257 F.2d 293
Charles Voight SHEPARD, Appellant,
UNITED STATES of America, Appellee.
United States Court of Appeals Sixth Circuit.
June 19, 1958.
Charles Voight Shepard, pro se.
Marvin D. Jones, Asst. U. S. Atty., Lexington, Ky. (Henry J. Cook, U. S. Atty., Lexington, Ky., on the brief), for appellee.
Before MARTIN, McALLISTER and STEWART, Circuit Judges.
STEWART, Circuit Judge.
This is an appeal from the district court's denial without a hearing of Shepard's motion under 28 U.S.C. § 2255, to vacate or correct prison sentences totalling fifteen years. The sentences were imposed upon the appellant's plea of guilty to a seven-count information charging conspiracy to violate the counterfeiting laws and six substantive violations of those laws, 18 U.S.C. § 472. A sentence of five years was imposed on the conspiracy count, and ten-year sentences were imposed on each of the substantive counts, the latter to run concurrently with each other, but consecutively with the five-year conspiracy sentence.
There is no question but that the sentences were within permissible statutory limits, 18 U.S.C. § 371; 18 U.S.C. § 472; Pinkerton v. United States, 1946, 328 U.S. 640, 66 S.Ct. 1180, 90 L.Ed. 1489. The appellant's real grievance inheres in his claim that he was only one of numerous members of a counterfeiting ring, that most of the others, including the ringleaders, were tried and convicted in another district, and that they received sentences ranging from one year to six and one-half years. Upon these grounds the appellant asks this court, "in line with its history of fair play and justice for all," to direct that the district court conduct a hearing to determine if the appellant's contentions are true, and, if true, "to reduce the sentence so as to be in conformity with the sentences imposed against the principal and co-defendants involved in this matter."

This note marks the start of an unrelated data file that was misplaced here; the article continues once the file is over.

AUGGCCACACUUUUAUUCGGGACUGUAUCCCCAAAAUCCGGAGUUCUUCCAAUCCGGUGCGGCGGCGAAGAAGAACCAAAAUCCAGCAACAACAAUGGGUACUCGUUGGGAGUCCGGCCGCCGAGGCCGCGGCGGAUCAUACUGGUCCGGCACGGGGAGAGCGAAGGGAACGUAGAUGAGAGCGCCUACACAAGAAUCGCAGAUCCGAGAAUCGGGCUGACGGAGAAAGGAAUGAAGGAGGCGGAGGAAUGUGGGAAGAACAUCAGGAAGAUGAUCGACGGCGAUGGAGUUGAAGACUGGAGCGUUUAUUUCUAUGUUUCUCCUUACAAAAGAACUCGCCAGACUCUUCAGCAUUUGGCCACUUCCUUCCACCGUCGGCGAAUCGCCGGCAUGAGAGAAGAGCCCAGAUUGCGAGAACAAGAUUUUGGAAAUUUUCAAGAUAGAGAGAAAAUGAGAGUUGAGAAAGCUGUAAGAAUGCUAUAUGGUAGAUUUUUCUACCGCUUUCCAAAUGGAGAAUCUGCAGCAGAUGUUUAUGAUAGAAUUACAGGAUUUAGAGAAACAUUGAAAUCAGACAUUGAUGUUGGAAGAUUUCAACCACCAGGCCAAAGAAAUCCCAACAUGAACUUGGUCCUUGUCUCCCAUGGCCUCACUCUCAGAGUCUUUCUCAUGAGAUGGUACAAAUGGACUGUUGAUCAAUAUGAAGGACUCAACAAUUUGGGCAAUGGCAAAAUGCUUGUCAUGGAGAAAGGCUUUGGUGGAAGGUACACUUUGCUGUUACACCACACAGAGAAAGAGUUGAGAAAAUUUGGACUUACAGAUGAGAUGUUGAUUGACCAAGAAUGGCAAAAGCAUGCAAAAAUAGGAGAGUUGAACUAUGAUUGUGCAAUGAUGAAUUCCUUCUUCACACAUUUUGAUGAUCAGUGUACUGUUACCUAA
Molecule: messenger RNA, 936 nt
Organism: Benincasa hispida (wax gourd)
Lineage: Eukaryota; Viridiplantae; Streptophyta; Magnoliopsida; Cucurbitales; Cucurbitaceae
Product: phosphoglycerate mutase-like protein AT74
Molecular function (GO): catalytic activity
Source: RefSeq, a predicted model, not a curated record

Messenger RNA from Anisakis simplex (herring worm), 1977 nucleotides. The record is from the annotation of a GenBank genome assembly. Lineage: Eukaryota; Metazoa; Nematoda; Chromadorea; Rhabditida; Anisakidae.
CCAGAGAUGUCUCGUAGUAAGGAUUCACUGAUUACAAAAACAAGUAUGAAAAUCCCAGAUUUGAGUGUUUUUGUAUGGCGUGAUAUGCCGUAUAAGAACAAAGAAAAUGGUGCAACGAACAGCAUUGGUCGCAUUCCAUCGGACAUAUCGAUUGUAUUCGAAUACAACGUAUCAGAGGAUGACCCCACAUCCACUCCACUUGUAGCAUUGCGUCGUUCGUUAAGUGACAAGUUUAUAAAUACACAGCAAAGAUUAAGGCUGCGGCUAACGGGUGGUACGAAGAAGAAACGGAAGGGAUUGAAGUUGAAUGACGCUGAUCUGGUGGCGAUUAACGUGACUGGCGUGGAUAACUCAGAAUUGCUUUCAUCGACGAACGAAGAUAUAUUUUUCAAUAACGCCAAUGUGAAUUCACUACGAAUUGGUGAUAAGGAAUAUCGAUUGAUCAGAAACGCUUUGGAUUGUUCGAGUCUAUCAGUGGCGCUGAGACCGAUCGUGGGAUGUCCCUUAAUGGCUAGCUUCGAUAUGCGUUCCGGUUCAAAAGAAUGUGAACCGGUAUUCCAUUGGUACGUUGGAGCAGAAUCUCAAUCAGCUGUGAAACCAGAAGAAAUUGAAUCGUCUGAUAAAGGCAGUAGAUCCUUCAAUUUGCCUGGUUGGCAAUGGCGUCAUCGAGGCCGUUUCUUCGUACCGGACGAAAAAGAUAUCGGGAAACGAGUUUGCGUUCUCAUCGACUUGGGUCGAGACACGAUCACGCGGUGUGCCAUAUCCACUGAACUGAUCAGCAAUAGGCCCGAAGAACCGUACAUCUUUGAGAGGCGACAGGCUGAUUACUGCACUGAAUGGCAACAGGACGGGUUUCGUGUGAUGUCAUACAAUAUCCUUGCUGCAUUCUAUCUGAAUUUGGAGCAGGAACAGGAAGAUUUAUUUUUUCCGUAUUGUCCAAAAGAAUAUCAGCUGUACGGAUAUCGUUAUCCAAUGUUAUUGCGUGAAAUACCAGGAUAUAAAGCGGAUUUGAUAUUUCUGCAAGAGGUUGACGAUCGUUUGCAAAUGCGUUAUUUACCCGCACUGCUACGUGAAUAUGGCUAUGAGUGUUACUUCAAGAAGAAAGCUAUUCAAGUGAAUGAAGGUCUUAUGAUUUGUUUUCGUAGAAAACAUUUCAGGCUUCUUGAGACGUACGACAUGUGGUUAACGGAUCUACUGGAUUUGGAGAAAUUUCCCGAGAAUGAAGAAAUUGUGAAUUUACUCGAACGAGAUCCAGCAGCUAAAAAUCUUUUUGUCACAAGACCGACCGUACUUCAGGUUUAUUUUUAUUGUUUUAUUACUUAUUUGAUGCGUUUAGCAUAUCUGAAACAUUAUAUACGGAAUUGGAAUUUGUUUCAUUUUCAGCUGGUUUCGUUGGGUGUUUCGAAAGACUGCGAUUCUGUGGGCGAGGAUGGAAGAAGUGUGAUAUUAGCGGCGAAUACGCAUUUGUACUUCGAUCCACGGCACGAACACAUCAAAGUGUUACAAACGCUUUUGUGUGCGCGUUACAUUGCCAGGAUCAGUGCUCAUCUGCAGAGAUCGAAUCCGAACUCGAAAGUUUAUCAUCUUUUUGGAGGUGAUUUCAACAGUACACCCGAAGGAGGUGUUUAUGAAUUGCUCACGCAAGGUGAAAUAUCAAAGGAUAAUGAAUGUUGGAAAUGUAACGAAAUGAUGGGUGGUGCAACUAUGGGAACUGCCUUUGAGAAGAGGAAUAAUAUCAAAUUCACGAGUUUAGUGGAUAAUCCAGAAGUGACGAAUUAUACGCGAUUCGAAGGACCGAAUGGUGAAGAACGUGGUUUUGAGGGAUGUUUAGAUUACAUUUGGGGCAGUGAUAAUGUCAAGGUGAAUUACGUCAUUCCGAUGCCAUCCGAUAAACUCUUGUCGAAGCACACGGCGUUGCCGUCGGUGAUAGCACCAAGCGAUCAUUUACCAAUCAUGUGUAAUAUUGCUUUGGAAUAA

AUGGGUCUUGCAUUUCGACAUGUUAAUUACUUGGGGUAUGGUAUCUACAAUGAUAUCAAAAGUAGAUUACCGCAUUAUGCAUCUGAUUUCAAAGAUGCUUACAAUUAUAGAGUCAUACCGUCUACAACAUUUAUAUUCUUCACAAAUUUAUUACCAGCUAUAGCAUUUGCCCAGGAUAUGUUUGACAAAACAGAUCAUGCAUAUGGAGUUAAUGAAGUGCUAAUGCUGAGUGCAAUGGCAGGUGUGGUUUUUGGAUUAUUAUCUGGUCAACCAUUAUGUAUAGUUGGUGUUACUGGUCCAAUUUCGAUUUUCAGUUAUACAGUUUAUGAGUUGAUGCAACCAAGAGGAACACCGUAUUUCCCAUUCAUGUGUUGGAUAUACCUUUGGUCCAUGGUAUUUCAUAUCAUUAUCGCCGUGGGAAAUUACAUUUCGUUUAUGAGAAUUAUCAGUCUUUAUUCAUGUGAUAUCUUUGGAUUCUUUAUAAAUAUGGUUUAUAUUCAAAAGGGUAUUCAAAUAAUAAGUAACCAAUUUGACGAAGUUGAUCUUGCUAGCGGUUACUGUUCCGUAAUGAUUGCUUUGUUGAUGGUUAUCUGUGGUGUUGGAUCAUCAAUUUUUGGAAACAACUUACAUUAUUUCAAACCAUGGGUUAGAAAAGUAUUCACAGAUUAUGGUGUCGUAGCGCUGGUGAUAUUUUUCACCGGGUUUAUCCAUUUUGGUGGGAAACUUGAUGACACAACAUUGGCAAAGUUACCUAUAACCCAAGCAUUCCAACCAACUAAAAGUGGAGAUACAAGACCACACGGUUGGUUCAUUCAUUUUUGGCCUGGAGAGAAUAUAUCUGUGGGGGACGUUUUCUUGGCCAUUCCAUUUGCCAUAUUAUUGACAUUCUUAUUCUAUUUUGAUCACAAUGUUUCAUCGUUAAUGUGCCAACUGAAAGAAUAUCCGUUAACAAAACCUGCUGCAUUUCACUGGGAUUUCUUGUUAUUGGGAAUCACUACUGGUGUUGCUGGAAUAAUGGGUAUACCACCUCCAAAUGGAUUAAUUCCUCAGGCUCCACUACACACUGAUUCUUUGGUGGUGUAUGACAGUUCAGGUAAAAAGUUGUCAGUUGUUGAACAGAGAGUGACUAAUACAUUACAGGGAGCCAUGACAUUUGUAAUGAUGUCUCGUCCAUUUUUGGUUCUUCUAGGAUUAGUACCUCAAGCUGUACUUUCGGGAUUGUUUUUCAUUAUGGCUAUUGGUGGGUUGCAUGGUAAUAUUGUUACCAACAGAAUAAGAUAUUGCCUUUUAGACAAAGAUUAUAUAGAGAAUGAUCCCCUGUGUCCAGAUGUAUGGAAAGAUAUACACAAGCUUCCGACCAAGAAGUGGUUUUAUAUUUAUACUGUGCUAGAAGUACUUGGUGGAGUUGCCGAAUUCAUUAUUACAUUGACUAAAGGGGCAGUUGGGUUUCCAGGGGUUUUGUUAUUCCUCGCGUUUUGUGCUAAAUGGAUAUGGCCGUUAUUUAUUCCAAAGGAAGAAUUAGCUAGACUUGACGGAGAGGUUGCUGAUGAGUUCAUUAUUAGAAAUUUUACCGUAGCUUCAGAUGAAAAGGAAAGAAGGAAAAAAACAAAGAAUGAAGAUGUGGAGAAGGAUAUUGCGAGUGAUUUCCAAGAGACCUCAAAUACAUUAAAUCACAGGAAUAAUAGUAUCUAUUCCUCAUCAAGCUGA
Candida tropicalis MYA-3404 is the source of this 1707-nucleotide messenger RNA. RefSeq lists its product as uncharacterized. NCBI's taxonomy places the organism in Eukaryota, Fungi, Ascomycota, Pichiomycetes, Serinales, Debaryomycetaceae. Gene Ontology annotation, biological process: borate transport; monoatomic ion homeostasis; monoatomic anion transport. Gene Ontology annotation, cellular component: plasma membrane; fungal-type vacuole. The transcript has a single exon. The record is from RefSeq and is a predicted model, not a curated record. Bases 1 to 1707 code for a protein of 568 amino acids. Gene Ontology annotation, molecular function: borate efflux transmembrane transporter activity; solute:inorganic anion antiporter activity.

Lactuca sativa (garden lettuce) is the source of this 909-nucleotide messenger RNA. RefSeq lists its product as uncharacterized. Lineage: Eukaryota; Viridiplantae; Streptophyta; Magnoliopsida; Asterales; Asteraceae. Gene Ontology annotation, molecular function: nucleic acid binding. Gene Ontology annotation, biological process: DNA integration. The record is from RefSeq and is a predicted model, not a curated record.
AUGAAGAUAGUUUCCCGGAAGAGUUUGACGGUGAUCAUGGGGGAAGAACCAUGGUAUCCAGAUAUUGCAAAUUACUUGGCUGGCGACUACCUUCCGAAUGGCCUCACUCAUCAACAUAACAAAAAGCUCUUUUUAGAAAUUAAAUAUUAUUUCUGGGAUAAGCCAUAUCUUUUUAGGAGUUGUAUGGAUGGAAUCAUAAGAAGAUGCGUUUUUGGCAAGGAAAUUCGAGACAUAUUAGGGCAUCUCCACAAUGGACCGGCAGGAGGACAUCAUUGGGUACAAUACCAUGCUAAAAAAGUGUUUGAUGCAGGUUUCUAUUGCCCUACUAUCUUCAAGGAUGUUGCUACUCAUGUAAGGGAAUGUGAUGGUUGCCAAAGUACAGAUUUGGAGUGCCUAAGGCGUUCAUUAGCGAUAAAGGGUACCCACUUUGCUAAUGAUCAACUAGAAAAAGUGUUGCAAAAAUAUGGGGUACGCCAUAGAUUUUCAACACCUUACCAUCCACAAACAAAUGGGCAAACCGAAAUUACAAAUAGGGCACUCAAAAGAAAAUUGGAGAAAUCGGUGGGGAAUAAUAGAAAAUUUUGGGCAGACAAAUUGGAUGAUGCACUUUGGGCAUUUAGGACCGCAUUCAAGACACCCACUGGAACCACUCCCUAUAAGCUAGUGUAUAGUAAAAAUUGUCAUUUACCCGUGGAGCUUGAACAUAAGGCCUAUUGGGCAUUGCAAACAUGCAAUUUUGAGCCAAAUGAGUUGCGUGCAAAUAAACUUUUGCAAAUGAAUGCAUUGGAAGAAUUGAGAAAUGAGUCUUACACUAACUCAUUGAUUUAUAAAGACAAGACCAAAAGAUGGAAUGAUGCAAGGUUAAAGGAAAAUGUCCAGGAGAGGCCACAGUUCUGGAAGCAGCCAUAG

Assuming the complete truth of the appellant's allegations, the district court was not in error in denying the motion without a hearing. There is no allegation that the sentences imposed upon the appellant, considered alone, were infected with any lack of due process. Cf. Smith v. United States, 5 Cir., 1955, 223 F.2d 750, 754. Being within allowable statutory limits, the sentences would not be subject to review by this court even on direct appeal from a judgment of conviction. United States v. Rosenberg, 2 Cir., 195 F.2d 583, 603-609, certiorari denied 344 U.S. 838, 73 S.Ct. 20, 97 L.Ed. 687, rehearing denied 1952, 344 U.S. 889, 73 S.Ct. 134, 97 L.Ed. 687; Jolly v. United States, 6 Cir., 229 F.2d 180, certiorari denied 1956, 351 U.S. 963, 76 S.Ct. 1024, 100 L.Ed. 1483.
Every year numerous appeals come before this court which accentuate a seriously urgent problem — the disparity of sentences in federal criminal cases. The present appeal is illustrative. Justice is measured in many ways, but to a convicted criminal its surest measure lies in the fairness of the sentence he receives. Whether a sentence is fair cannot, of course, be gauged simply by comparing it with the punishment imposed upon others for similar offenses. But that test, though imperfect, is hardly irrelevant. It is an anomaly that a judicial system which has developed so scrupulous a concern for the protection of a criminal defendant throughout every other stage of the proceedings against him should have so neglected this most important dimension of fundamental justice.
The order of the district court is affirmed.